There are some basic rules of etiquette that might help ease that concern. That give you something to consider before you post. The easy, and extreme reaction is to say, “Forget it. I’m just going to avoid posting anything. Because odds are, it will offend someone.”
You can, and should, express your opinions. But there are ways and places to do this, and certain topics that are indeed best avoided. The following 11 etiquette tips might be helpful in navigating the stormy online seas.
1. Avoid politics and religion
It wasn’t long ago that I held the firm belief that if something I said about politics bothered someone, I wouldn’t want them as a client or customer anyway. Given the current inflammatory political scene, my attitude is changing.
This country is very divided politically, and alienating half the population because you lean left or right of center doesn’t make solid business sense. My recommendation now is to avoid political commentary.
Although there isn’t quite as much divisiveness when it comes to religion, there is still tremendous passion surrounding religious discussion. Best to avoid a lot of public discourse on both politics and religion.
2. Don’t be racist or biased
Fortunately, most people are not hood-wearing, cross-burning members of the KKK. Overt racism is rare. But the George Floyd protests, Black Lives Matter and topics like taking down Confederate memorials have elevated discussions about racism.
The real estate industry is deeply involved in some of these discussion as evidenced by the Newsday report on housing discrimination in Long Island, and John Legend’s recent tweets about the use of “master bedroom” and steering.
Having conversations about racism is important, but real action is more important. As a “hot topic” with obvious sensitivities, be sure to examine your words closely and consider multiple angles of perception before posting.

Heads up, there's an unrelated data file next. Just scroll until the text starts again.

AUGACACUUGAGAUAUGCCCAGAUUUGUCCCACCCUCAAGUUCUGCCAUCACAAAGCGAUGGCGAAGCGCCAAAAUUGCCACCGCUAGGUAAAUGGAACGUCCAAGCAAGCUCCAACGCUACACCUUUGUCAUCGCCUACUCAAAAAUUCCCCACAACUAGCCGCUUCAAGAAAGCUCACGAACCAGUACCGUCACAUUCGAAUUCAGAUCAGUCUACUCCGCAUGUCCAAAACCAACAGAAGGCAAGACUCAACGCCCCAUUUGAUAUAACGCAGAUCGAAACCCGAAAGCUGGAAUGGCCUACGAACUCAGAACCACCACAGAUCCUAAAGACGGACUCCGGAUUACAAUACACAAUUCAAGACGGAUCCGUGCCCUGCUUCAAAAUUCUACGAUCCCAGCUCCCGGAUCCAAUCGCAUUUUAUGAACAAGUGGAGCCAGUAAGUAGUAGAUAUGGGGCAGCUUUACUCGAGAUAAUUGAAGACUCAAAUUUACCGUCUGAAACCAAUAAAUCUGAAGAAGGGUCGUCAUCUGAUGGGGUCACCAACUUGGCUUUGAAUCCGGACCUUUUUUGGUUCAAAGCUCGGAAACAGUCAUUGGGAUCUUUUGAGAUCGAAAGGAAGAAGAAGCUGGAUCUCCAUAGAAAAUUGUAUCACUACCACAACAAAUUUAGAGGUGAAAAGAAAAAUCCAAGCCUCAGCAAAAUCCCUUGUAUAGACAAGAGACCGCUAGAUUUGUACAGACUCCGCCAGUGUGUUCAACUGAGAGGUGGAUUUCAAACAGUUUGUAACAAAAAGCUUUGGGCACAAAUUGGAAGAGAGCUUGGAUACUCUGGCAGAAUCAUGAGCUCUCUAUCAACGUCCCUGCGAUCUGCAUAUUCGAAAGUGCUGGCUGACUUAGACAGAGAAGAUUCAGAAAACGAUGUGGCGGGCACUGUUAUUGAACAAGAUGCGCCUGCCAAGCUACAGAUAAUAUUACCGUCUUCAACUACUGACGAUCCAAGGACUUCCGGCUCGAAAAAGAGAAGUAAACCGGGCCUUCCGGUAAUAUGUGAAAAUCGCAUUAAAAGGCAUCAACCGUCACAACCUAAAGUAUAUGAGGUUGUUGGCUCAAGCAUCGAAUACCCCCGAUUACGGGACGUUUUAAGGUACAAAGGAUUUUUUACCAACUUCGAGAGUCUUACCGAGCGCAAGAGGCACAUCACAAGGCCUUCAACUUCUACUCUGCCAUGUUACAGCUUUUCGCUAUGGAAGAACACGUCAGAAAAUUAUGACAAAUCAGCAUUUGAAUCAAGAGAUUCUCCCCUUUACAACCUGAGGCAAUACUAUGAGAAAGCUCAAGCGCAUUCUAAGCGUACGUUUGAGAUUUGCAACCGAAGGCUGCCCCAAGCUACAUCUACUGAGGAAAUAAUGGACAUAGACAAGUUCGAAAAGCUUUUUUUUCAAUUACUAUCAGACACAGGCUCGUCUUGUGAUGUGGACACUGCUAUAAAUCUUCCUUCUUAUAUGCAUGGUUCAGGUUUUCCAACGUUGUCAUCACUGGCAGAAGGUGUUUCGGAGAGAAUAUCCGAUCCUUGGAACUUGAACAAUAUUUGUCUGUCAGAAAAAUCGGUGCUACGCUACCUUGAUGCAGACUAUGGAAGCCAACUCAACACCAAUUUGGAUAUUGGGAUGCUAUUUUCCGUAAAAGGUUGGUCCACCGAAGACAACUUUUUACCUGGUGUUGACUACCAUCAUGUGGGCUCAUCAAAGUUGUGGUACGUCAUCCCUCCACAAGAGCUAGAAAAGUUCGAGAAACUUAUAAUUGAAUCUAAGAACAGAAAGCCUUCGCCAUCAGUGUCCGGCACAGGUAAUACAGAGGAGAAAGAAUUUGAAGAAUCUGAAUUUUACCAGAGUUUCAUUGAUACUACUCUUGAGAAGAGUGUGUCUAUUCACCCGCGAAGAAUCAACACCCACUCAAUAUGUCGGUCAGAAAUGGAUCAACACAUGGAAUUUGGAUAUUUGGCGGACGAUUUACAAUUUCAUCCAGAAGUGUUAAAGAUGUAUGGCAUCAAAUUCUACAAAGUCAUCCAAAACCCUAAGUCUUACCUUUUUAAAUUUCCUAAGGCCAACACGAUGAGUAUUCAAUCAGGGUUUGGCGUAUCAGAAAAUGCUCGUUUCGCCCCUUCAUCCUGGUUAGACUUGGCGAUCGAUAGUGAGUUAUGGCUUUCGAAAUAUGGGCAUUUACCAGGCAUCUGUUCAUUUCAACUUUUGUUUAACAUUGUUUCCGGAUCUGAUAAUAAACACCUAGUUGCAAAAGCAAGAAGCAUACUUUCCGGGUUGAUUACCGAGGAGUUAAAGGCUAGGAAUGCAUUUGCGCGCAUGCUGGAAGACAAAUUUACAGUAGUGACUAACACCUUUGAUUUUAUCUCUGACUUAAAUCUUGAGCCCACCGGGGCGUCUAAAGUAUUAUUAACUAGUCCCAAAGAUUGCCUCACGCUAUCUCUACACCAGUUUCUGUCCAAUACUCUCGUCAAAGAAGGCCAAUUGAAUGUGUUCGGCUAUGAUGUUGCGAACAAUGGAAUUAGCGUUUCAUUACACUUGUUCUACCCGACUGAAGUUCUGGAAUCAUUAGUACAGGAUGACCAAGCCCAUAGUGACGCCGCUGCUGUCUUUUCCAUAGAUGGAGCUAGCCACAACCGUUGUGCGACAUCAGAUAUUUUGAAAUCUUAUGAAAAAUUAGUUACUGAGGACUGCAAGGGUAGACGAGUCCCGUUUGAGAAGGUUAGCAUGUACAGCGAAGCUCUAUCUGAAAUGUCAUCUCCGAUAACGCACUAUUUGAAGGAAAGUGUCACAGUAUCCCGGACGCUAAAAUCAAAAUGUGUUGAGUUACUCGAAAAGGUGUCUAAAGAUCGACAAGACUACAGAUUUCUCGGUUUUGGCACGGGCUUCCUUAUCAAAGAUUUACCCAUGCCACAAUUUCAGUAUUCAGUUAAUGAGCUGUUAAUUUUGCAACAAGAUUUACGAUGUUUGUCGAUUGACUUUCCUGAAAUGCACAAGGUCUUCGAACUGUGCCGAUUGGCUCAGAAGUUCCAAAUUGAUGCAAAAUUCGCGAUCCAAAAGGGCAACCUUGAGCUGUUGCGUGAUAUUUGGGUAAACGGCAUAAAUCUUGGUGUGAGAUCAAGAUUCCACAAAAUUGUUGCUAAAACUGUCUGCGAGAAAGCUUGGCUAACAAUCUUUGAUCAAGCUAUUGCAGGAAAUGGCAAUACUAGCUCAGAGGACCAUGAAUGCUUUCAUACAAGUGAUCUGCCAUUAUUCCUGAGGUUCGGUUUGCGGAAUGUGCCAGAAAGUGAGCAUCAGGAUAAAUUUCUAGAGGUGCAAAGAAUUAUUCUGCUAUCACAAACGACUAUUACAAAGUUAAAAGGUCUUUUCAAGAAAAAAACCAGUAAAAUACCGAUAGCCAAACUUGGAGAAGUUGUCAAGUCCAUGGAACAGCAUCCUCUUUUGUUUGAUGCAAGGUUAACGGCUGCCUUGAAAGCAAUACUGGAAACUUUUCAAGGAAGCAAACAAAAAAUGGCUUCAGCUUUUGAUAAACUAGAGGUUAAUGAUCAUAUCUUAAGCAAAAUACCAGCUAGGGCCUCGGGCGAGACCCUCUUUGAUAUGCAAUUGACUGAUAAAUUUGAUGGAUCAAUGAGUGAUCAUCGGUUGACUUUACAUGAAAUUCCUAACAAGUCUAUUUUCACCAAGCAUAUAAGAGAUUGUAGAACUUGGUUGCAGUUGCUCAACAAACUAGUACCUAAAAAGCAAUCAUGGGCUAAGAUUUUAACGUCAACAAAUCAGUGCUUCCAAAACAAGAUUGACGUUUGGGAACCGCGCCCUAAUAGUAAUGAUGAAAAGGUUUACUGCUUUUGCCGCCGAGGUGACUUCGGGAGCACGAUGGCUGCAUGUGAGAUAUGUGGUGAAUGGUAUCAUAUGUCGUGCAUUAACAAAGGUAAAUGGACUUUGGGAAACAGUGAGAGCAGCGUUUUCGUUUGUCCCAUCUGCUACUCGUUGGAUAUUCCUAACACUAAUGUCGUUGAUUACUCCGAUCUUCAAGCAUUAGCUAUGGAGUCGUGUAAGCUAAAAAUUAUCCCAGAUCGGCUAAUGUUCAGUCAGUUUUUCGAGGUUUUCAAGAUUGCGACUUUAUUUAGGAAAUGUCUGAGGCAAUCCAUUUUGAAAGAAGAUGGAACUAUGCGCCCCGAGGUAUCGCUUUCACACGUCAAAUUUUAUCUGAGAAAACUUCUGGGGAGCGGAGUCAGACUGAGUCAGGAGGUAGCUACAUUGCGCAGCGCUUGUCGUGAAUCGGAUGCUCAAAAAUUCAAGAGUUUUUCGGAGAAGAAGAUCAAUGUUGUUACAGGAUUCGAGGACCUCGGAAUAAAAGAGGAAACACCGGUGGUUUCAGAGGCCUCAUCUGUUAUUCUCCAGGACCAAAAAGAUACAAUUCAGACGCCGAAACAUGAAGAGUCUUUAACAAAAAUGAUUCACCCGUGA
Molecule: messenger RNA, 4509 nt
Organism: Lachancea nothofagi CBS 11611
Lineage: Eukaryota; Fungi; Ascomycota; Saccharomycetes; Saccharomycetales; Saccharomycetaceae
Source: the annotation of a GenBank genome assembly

3. Know that nothing is private
It’s important to understand that nothing is private on the internet. If you think what you post in that secret group on Facebook will never see the light of day, think again. Screenshots are a click away, and many have found themselves backpedaling out of something they said or did in a private group once it went mainstream.
Never post a comment, photo or video on the internet unless you’re OK with it going public or being brought up in court.
4. Follow the golden rule
It’s been around for centuries across virtually every culture for a reason — the golden rule is sage advice for living life. Treat others as you would like others to treat you makes a whole lot of sense if you stop and think about it. It works in real life, online life and everywhere else.
5. Don’t spam
Please, stop the hard sell. Stop the relentless messaging to follow you, use your services or sign up for your newsletter. Spam sucks, and no one appreciates it, so stop doing it. We are bombarded with information, offers and more relentlessly daily. No one needs repetitive messaging flooding their inboxes and news feeds.
6. Stop with the humble brag